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A number of Scottish universities increased the number of workers on a zero hour contract despite a pledge committed to eradicating such contracts.
Although zero hour contracts are legal, many experts and employees believe they are unfair on workers who do not get to have set hours or guaranteed shifts and can result in a minimum amount of income. In 2015, Principals of Scottish universities signed a pledge which stated that they would reduce the number of workers on such contracts. However, a report found that zero hours contracts have increased in many universities with junior academics often working a number of short-term contracts at the same time.
Despite pledging to end such contracts, universities have maintained a number of workers on such contracts, resulting in trade unions applying pressure on the Scottish Government to eradicate the practice.
Although the zero hour contract practice was employed across many areas in Scotland, none were in Edinburgh universities.
The news regarding zero hour contracts comes at the same time that some universities in Scotland were found to have a significant gender pay gap according to a report.
Four Scottish universities, Aberdeen, Glasgow, St Andrews and University of the Highlands and Islands (UHI) were found to have significant gaps in wages with a study stating that the gender pay gap amounted to thousands of pounds.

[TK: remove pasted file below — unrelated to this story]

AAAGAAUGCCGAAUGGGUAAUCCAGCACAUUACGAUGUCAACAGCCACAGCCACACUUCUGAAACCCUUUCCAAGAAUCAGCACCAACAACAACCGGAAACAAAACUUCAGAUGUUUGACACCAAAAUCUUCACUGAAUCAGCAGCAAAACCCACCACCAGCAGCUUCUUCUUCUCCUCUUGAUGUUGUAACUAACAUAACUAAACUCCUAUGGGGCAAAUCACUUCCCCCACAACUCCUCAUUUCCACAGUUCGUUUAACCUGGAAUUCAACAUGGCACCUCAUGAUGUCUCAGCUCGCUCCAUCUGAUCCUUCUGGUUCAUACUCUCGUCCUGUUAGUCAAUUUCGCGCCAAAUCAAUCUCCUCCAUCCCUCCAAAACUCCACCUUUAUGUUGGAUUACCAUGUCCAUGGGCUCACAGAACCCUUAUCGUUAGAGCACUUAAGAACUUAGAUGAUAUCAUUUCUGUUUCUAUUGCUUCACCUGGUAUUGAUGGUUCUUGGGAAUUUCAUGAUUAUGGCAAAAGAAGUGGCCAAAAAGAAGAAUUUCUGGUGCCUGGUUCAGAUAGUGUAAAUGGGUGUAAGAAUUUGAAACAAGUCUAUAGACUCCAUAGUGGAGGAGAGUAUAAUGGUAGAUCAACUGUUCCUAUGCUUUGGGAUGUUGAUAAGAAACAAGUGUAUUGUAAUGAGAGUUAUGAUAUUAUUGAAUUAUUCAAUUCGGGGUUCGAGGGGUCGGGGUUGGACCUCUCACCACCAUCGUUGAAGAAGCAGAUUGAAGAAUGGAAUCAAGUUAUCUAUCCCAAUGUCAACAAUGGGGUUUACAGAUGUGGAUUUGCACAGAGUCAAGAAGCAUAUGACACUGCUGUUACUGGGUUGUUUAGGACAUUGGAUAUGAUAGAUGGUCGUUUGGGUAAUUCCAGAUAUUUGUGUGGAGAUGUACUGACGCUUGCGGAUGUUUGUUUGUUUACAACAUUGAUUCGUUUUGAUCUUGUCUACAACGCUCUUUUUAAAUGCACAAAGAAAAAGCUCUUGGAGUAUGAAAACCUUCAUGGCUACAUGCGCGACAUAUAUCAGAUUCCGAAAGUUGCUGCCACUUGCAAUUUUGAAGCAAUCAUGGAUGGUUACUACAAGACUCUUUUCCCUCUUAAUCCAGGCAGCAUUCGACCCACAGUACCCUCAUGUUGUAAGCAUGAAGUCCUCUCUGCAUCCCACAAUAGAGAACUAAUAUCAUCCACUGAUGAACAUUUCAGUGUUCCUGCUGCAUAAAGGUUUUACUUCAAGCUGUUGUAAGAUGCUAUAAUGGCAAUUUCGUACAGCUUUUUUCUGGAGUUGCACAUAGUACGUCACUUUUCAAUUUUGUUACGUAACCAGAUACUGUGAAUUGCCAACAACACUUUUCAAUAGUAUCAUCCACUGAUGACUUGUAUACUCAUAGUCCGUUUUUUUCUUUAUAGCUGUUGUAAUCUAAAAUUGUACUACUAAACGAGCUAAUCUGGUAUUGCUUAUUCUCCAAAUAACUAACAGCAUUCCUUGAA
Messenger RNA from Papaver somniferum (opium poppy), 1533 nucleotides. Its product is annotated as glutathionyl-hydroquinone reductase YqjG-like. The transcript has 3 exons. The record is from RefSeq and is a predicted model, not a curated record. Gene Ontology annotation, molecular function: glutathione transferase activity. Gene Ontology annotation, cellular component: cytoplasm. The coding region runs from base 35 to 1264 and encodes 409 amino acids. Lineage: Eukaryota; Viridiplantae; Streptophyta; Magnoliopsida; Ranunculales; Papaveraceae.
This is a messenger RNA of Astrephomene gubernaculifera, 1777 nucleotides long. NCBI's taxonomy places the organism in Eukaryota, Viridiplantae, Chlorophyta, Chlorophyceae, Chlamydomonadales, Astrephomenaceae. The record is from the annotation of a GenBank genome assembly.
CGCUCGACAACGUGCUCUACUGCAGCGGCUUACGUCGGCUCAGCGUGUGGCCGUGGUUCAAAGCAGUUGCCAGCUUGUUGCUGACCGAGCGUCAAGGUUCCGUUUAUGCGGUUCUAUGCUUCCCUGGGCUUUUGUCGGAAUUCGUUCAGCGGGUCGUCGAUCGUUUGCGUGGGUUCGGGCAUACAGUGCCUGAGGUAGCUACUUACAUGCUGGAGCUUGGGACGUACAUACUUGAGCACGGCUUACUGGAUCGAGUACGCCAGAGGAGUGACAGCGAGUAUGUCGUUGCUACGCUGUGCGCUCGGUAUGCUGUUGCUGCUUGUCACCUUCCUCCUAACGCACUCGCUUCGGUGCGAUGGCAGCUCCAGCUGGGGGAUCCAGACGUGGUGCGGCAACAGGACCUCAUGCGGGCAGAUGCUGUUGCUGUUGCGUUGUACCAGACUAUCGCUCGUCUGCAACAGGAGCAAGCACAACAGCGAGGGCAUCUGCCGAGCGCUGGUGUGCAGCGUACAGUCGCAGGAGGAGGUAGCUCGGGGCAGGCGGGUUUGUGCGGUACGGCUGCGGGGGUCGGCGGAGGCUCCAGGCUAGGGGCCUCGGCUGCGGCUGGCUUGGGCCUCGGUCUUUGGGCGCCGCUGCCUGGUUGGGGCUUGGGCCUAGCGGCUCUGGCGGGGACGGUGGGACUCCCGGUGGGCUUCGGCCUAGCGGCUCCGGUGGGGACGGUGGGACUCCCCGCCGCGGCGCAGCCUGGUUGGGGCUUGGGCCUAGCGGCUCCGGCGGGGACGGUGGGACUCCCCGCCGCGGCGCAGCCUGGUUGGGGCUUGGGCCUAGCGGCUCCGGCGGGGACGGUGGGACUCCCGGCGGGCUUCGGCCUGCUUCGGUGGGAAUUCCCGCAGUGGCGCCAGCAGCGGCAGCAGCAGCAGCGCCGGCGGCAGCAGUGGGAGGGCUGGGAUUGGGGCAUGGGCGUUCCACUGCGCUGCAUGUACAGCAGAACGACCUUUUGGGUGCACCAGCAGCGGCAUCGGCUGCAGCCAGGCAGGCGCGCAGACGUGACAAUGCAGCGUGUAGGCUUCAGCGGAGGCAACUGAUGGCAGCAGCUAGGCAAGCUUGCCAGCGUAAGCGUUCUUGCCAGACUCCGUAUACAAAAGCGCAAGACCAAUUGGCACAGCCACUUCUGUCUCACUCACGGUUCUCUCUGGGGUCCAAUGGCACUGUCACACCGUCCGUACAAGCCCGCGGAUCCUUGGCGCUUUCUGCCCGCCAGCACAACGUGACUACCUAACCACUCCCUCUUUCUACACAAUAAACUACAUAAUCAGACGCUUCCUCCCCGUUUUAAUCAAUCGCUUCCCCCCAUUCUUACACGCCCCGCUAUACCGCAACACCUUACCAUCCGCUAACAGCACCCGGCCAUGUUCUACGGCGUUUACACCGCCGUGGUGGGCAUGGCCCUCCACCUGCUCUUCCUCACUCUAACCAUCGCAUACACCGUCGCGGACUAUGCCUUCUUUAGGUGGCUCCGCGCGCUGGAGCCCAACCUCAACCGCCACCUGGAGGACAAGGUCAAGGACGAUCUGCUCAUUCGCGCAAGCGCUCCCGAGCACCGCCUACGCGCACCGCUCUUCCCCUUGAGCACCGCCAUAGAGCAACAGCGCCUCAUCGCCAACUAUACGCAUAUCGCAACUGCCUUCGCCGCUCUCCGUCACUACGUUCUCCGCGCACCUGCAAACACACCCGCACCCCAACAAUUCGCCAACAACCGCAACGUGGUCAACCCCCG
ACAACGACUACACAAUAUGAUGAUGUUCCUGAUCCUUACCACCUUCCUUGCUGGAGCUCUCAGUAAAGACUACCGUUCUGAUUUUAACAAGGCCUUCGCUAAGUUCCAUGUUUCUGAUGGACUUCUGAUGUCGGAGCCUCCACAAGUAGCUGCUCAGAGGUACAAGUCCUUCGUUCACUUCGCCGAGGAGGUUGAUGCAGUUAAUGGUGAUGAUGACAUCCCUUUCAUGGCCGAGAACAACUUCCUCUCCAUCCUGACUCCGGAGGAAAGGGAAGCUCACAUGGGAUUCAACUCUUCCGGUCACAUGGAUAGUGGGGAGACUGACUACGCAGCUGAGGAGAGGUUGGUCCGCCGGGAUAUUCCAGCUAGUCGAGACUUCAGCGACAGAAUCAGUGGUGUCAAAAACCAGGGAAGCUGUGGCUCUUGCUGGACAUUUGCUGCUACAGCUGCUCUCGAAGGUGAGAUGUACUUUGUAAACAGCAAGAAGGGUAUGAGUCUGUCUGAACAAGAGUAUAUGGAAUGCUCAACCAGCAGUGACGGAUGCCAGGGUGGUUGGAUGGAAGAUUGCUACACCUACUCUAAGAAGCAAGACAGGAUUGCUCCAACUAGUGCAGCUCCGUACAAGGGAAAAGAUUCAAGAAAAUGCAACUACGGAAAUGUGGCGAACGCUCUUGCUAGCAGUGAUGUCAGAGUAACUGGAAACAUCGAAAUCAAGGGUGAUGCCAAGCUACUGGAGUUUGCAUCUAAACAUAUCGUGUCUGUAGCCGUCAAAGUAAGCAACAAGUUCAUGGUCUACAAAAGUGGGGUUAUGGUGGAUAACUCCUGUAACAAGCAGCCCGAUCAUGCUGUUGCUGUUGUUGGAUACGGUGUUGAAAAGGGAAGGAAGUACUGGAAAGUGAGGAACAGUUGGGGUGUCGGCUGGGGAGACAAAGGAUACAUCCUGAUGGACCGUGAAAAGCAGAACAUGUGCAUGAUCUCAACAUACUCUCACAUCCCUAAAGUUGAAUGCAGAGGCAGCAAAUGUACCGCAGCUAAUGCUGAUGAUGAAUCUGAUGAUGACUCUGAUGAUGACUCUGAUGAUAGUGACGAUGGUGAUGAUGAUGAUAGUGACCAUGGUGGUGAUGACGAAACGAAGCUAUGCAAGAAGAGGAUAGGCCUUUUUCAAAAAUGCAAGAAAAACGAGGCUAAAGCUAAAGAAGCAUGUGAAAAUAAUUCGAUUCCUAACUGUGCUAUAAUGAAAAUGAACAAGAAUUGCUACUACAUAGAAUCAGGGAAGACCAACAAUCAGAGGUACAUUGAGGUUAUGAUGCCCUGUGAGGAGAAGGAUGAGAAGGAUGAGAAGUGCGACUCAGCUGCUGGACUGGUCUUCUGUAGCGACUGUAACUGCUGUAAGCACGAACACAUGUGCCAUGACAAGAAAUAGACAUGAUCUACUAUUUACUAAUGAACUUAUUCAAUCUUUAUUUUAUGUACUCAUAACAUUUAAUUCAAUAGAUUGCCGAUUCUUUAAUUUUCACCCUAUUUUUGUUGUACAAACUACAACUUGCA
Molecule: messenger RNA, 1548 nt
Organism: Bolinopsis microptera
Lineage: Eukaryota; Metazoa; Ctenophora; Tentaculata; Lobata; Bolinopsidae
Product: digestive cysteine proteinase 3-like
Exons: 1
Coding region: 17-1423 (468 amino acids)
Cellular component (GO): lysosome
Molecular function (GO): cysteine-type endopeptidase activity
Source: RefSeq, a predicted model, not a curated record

A report from the University and College Union (UCU) found that UHI paid male lecturers up to £18,000 more than female lecturers with Aberdeen, Glasgow and St Andrews having a pay gap of around £9,000.
UCU Scotland official, Mary Senior, said: "These universities should not have allowed such shameful levels of pay inequality to persist.
"It's nearly 50 years since the Equal Pay Act came into force and they're still flying in the face of it
"We'd like to see a firm commitment from sector leaders to close the gap and are offering to work with institutions to put an end to pay inequality."
Despite the criticism of the differences between male and female wages, all four universities questioned stated that the gender pay gap was not as near as estimated by the UCU with all four insisting that the organisation had used out of date statistics. Aberdeen university published their own stats on their wage difference showing that they had a 1% wage gap.
Despite a number of initiatives being introduced to reduce the gender pay gap in the UK, sadly, each year many female workers are paid less than their male colleagues despite the same experience and role. If you believe you have been underpaid or if you have been discriminated or harassed in the workplace due to your gender, or for any other reason, you could be entitled to compensation. Contact our team of employment experts using our online contact form for the best legal advice and representation.